Mass Airflow Sensors Control The Air-Fuel Mixture In A Vehicle's Engine

Mass Airflow Sensors Control The Air-Fuel Mixture In A Vehicle’s Engine

A sluggish MAF sensor that is slow to react to changes in airflow can cause a variety of drivability and emission problems.

mass-airflow-sensor

One of the many things an engine management system has to know before it can accurately control the air/fuel mixture and spark timing is how much air is entering the engine. More air needs more fuel, as does more load on the engine and a wider throttle opening. The Throttle Position Sensor (TPS) can tell the PCM if the throttle is closed, part open or wide open, and the Manifold Absolute Pressure (MAP) sensor can measure intake vacuum as an indicator of engine load.

On fuel-injected engines with “speed-density” engine management systems, the Powertrain Control Module (PCM) can estimate airflow using these inputs, plus air temperature and engine RPM. But it’s not as precise as what can be achieved with a Mass Airflow (MAF) sensor. That’s why MAF sensors are used on a majority of late-model, fuel-injected engines.

Most fuel-injected engines use a Mass Airflow Sensor to obtain a more precise measurement of airflow. The MAF sensor is located in the tubing between the air filter housing and throttle. The sensor measures airflow with a heated element that is cooled by air flowing past the sensor. The amount of cooling the element experiences is directly proportional to airflow, so the PCM can get a very accurate reading on how much air is actually entering the engine. The sensor produces a digital frequency signal that changes with airflow.

Several things can upset the accuracy of the MAF sensor readings. Any air or vacuum leaks downstream of the sensor can allow “unmetered” air to enter the engine. This includes loose fittings or clamps in the plumbing between the air filter housing and throttle, as well as any vacuum leaks at the throttle body, intake manifold or vacuum hose connections to the engine.

Anything that contaminates the surface of the sensor also can screw up its ability to respond quickly and accurately to changes in airflow. This includes fuel varnish and dirt deposits as well as any debris that might get past of flake off the air filter itself. Some aftermarket “high-performance” air filters that use an open cotton weave filter element have been know to cause such problems.

A sluggish MAF sensor that is slow to react to changes in airflow can cause a variety of drivability and emission problems. The engine may start and stall or be hard to start, it may hesitate or stumble when accelerating or when the engine is under load, it may idle rough and get poor fuel economy.

Depending on the circumstances, the PCM may or may not detect the fault, turn on the Check Engine light and set one or more fuel mixture or sensor-related codes. So, the first step in diagnosing a suspected MAF problem is to hook up a scan tool to the vehicle and check for codes. The second step would be to look at the MAF sensor readings and fuel trim to see if the sensor is generating a good signal and that the engine management system is responding appropriately.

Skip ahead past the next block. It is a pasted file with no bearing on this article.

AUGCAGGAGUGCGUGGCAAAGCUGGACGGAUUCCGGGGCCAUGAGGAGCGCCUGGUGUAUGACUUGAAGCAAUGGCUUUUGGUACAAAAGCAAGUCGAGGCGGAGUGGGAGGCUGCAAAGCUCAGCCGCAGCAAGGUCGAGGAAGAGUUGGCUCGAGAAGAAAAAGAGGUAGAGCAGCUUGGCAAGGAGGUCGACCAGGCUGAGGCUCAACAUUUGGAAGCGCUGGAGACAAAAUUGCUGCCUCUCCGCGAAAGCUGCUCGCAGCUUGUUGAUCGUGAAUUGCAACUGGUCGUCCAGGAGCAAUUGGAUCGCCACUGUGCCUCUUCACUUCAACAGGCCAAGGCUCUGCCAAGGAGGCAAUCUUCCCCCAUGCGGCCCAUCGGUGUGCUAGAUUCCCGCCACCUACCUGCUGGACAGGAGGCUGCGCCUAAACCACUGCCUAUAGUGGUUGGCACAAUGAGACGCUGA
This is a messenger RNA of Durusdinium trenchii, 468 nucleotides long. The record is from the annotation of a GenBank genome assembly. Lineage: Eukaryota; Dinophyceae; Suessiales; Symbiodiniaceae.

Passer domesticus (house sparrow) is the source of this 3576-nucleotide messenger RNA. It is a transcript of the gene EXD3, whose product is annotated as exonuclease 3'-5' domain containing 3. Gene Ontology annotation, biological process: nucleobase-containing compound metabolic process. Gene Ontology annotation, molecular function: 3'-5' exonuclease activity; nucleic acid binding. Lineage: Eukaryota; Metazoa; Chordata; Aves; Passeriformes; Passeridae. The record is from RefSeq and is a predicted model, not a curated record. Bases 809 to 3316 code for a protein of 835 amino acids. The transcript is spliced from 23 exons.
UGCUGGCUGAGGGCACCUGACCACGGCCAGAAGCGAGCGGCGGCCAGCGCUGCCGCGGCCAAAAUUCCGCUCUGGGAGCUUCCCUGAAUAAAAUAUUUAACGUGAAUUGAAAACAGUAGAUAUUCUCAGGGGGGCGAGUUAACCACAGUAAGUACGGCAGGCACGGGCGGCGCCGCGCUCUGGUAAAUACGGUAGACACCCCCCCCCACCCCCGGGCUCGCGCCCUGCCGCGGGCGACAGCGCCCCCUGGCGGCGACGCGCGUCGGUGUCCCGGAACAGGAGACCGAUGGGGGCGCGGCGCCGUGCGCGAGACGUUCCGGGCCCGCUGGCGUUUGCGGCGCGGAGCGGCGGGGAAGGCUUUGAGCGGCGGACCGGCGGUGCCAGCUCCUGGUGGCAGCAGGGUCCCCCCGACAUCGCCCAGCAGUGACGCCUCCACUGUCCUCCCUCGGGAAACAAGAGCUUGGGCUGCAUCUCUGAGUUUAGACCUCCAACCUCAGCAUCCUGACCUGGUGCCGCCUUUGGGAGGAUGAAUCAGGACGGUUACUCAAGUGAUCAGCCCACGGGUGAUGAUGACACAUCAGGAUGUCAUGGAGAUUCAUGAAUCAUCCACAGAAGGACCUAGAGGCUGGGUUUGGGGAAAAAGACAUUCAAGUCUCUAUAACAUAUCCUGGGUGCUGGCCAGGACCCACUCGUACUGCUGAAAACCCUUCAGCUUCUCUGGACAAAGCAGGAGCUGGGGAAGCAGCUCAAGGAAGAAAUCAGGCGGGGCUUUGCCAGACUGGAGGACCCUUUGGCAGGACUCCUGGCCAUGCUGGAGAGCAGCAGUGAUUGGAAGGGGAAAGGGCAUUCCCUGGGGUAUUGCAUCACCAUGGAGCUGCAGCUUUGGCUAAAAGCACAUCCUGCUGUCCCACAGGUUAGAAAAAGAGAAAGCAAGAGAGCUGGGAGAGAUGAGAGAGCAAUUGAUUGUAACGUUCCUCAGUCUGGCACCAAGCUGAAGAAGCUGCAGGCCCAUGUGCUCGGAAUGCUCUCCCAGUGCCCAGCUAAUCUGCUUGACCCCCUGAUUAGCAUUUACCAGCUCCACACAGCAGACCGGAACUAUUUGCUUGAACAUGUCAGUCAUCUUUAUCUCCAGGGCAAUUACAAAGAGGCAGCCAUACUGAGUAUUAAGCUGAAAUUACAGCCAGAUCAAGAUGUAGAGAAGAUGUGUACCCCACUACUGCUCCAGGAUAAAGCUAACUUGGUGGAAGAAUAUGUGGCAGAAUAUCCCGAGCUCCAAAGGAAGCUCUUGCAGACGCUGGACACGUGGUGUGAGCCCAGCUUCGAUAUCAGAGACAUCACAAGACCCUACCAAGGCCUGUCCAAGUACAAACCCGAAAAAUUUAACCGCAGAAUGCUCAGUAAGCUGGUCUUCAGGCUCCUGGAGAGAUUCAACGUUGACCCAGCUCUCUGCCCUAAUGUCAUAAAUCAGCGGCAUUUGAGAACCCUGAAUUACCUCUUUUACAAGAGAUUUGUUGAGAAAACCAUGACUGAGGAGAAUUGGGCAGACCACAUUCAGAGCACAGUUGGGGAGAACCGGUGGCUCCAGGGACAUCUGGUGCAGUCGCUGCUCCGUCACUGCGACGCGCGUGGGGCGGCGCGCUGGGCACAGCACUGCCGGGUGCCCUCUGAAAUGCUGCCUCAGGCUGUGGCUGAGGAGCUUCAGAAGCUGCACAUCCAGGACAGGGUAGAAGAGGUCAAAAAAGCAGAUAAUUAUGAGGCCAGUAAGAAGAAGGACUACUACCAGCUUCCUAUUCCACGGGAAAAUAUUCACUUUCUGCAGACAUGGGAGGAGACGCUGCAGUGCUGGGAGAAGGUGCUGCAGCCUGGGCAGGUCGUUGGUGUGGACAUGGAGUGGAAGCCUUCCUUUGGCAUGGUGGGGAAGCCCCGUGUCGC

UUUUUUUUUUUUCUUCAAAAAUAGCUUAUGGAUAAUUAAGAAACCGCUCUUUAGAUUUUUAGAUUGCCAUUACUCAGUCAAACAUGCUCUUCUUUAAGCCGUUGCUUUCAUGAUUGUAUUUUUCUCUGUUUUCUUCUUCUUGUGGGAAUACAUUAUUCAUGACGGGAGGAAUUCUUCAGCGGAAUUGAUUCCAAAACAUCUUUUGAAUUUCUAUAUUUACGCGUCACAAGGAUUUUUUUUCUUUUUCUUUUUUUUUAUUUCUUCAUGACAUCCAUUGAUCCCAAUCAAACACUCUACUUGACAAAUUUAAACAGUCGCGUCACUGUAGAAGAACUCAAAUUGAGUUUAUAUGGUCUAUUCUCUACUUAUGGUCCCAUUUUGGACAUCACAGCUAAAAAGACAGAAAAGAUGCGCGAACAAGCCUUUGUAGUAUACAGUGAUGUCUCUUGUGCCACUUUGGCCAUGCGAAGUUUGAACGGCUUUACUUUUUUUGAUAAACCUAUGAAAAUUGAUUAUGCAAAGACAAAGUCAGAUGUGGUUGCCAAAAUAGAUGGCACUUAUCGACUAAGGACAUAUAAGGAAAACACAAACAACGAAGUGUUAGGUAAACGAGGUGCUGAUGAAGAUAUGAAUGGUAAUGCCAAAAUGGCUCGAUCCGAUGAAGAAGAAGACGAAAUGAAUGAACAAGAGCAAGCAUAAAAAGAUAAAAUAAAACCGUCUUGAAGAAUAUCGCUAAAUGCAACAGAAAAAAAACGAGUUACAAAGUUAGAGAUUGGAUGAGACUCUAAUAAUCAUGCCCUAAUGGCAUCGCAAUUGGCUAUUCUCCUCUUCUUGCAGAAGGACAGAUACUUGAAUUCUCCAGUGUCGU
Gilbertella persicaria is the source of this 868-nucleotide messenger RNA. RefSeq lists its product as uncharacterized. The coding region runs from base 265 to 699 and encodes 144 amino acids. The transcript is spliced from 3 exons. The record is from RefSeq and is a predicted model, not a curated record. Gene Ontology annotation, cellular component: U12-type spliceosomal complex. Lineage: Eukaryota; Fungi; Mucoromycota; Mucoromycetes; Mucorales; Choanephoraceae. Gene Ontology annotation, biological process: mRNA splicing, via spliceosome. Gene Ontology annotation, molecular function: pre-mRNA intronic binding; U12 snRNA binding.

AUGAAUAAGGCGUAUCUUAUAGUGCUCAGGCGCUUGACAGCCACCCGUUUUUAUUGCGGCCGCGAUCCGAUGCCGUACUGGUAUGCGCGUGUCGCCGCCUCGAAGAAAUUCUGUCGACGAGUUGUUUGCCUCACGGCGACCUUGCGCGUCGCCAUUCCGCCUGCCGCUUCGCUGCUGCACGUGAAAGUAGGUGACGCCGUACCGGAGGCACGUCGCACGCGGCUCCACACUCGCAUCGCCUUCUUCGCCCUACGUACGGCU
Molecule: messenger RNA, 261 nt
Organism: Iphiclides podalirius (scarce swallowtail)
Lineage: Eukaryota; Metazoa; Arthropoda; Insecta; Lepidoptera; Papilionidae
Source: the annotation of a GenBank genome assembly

If a sensor has failed, there will be no signal. Sometimes the issue is in the sensor’s wiring circuit. A loose or corroded connector, broken or shorted wire may be causing a communication problem. That’s why its important to check the wiring circuit to make sure there are no problems there before replacing the sensor.

If the wiring checks out okay but the sensor seems to be under-reporting airflow or is sluggish, the sensor element is probably dirty and needs to be cleaned. Using an aerosol electronics cleaner or a product designed specifically to clean dirty MAF sensors will often restore normal operation and save your customer the expense of replacing the sensor. No other type of cleaner should be used to clean a MAF sensor because the wrong type of cleaner may contaminate or damage the sensor element.

You May Also Like

Advance Launches ‘Diehards Choose DieHard’ Campaign

The campaign features former Marine sergeant and world-renowned climber Kirstie Ennis.

Advance Auto Parts has unveiled a 60-second documentary-style video and campaign featuring former Marine sergeant and world-renowned climber Kirstie Ennis.

Titled “The Climber,” the video chronicles Ennis’s journey from serving in the U.S. Marine Corps and the loss of her leg above the knee after her helicopter went down in Afghanistan. It also captures her recovery and focus on tackling the Seven Summits, the highest mountain in each of the seven continents.

MEMA Establishes Center for Sustainability

The mission of the new Sustainability Center is to serve MEMA members wherever they are in their sustainability journey.

MEMA Names Jackson Executive Director of Strategy and Research

He most recently was executive director of strategy and research for MEMA’s light-duty original equipment division. 

MEMA Taps Gardner to Lead Marketing and Communications

Prior to MEMA’s reorganization, marketing and communication responsibilities were siloed across MEMA’s four divisions.

MEMA Reveals New Business Structure, Branding Strategy

MEMA will operate with two groups: MEMA Aftermarket Suppliers and MEMA Original Equipment Suppliers.

Other Posts

Schaeffler Releases Technical Bulletins for LuK Product Line

For more than 50 years, LuK has been one of the most trusted and recognized brands in the automotive aftermarket.

NPW Holds 32nd-Annual Charity Golf Tournament

More than 100 players received tips from PGA’s Erik Compton during the event.

Auto-Wares Recognizes Valvoline as Supplier of the Year

Auto-Wares presented eight awards at its Winter Live Sales Meeting in Grand Rapids, Michigan.

ASE Announces 2022 Award Winners

“We had a tremendous group of nominees, and they all were deserving of this recognition,” ASE CEO Tim Zilke said.